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Graphics without drivers?

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So..big topic I know. Now AFAIK, on 16-bit machines the Bios was used to output to the screen through it's built in control of the hardware, essentially is was the VGA i think, I don't know exactly how this works however. I am reading through this pdf www.cs.bham.ac.uk/~exr/lectures/opsys/10_11/lectures/os-dev.pdf on how to write an OS from scratch. Now VGA cards and drivers were introduced in the 90s. Again AFAIK, the Bios is now never directly used anymore for any screen output, it's just used for boot up control. Now I see in this pdf that the starting memory location for VGA memory is 0xB8000. So say we wanted to, from pure code, write text of just colour in certain pixels, how would we do this without going through the drivers..

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Run your program through a DOS emulator, then you can use all those old-school techniques wink.png


Or even just write a bootloader and a basic C kernel and boot it in a VM, that works too. There's even code online that implements a simple VGA driver for an example (1-file) "operating system". I don't think you can directly access the VGA framebuffer under modern operating systems anyway, at least not easily. I would think even enabling the required VGA mode requires your process to be in kernel land to begin with, especially since your address space would be virtualized anyway in userland so your 0xB8000 address wouldn't be of any use.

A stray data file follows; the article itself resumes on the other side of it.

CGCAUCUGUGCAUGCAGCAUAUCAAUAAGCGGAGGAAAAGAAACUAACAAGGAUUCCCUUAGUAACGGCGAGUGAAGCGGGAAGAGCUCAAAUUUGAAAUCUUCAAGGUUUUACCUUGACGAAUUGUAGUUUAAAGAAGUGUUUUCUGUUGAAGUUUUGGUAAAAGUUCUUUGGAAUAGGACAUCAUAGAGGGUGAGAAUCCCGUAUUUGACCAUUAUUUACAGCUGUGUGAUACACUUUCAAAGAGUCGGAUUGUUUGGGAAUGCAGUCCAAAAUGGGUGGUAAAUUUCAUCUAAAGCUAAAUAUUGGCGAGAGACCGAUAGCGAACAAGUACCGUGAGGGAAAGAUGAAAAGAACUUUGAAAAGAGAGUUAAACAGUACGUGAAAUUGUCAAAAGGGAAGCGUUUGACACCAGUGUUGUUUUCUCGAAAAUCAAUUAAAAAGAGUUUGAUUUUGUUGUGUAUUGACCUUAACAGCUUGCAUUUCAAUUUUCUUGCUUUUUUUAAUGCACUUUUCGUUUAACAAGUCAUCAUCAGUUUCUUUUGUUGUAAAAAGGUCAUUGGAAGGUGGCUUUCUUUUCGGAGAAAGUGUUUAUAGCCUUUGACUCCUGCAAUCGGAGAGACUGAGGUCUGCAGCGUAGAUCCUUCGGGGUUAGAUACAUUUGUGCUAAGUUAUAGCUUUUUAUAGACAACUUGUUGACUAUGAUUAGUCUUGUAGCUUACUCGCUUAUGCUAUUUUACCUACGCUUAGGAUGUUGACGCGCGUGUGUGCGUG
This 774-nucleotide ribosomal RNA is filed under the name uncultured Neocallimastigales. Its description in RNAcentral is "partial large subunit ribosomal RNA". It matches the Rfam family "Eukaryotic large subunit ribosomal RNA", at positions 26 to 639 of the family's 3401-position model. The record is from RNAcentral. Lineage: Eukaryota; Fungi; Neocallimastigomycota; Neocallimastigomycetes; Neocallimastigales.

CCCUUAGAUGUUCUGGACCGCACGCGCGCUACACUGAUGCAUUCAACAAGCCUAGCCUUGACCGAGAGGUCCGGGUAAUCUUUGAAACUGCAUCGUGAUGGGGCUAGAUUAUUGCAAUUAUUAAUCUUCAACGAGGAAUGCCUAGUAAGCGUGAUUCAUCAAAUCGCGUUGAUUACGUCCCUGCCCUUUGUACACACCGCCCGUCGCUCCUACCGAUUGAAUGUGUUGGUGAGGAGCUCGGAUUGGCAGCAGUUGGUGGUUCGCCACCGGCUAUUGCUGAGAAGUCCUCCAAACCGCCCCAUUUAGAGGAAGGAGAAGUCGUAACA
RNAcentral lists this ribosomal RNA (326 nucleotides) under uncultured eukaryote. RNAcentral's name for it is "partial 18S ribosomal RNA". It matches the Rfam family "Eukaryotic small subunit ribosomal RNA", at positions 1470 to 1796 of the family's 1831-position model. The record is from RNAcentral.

Well, on Linux you could always try mapping the graphics card's memory into virtual memory through /proc/, but that will probably not produce the results you want laugh.png

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On a modern PC when your graphics card is in a modern high res full colour mode, the frame buffer might or probably is not at 0Xb8000 in the first place. When you right click on my computer and go to manage hardware devices then right click on your display adapter you can get irqs, dma, and memory map. Note that these are in fact not fixed and provided by acpi at startup or something like that. Things under the hood have become very complex since the dos days.

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On a modern PC when your graphics card is in a modern high res full colour mode, the frame buffer might or probably is not at 0Xb8000 in the first place.


The frame buffer doesn't even exist as such a resource any more. They're not directly accessible, they're no longer stored as linear memory, and all of the hardware resources are locked down so that regular apps can't access them without using a driver (for stability and security reasons).

Short of running in an emulator or working on your own driver (which are extremely), there is no way to access the raw hardware.

There are projects like Linux's framebuffer drivers that can give you an experience similar to DOS, but they're still going through drivers.